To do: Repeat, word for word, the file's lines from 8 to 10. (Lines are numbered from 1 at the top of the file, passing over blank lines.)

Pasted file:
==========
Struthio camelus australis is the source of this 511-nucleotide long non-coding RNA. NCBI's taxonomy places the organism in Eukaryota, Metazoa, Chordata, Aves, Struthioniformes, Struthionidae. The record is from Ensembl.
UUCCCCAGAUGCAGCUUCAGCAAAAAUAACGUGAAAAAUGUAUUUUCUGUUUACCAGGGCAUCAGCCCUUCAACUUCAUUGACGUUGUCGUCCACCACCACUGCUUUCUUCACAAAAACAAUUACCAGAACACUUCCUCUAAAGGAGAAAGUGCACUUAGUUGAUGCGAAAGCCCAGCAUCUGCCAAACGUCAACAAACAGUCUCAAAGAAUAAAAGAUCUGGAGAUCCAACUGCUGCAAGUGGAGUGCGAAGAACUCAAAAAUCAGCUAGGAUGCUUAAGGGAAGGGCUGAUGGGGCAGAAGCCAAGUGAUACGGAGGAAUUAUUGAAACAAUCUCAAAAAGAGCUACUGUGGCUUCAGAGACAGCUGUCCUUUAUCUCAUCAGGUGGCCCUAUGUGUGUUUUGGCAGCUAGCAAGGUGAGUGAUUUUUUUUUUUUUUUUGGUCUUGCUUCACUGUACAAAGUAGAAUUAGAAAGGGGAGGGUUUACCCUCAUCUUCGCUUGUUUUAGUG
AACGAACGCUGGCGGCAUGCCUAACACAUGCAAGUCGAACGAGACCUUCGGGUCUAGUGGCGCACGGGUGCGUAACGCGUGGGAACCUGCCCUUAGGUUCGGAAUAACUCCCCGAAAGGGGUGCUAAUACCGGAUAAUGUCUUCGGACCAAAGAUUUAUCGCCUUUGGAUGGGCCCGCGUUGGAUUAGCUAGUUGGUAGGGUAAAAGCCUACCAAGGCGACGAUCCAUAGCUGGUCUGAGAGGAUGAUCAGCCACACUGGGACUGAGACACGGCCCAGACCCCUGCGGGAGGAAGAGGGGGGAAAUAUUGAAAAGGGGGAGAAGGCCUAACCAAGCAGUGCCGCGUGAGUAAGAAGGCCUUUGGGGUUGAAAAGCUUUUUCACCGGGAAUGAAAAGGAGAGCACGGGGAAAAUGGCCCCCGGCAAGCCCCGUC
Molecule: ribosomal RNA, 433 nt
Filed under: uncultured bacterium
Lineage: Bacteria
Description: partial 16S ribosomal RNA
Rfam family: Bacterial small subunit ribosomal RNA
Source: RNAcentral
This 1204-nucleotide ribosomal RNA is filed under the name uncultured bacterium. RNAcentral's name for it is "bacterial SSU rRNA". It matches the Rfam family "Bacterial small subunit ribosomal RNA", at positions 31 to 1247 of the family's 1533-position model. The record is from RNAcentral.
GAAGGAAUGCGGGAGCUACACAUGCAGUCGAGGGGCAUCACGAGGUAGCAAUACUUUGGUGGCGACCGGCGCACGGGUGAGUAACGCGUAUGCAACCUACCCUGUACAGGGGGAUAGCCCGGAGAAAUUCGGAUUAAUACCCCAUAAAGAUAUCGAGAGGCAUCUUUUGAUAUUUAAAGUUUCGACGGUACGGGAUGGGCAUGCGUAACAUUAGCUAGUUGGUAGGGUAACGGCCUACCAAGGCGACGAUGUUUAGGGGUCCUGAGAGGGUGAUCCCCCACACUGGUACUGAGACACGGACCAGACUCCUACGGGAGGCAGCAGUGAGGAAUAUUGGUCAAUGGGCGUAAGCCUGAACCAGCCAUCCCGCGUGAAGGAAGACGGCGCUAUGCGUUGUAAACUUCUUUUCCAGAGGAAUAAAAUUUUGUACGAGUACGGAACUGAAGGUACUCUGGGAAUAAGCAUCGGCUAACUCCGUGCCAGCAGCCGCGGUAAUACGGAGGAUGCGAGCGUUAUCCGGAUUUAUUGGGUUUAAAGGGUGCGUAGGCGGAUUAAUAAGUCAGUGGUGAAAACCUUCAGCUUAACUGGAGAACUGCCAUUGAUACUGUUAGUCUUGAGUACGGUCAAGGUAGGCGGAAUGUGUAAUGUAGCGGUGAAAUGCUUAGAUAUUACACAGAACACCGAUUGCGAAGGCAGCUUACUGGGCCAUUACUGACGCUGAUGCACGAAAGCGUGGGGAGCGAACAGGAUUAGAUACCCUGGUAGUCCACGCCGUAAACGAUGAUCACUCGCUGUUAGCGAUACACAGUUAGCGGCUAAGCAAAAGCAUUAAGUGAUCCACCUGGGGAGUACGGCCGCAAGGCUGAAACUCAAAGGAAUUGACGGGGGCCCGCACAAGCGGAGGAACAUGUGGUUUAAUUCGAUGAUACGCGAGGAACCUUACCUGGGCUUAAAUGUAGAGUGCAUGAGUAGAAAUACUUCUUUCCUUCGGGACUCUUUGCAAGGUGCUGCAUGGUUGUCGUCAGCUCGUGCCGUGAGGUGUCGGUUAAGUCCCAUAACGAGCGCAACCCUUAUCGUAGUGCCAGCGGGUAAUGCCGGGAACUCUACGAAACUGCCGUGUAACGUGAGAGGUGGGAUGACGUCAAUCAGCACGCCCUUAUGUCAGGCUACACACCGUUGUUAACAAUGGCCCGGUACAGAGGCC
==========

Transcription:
Rfam family: Bacterial small subunit ribosomal RNA
Source: RNAcentral
This 1204-nucleotide ribosomal RNA is filed under the name uncultured bacterium. RNAcentral's name for it is "bacterial SSU rRNA". It matches the Rfam family "Bacterial small subunit ribosomal RNA", at positions 31 to 1247 of the family's 1533-position model. The record is from RNAcentral.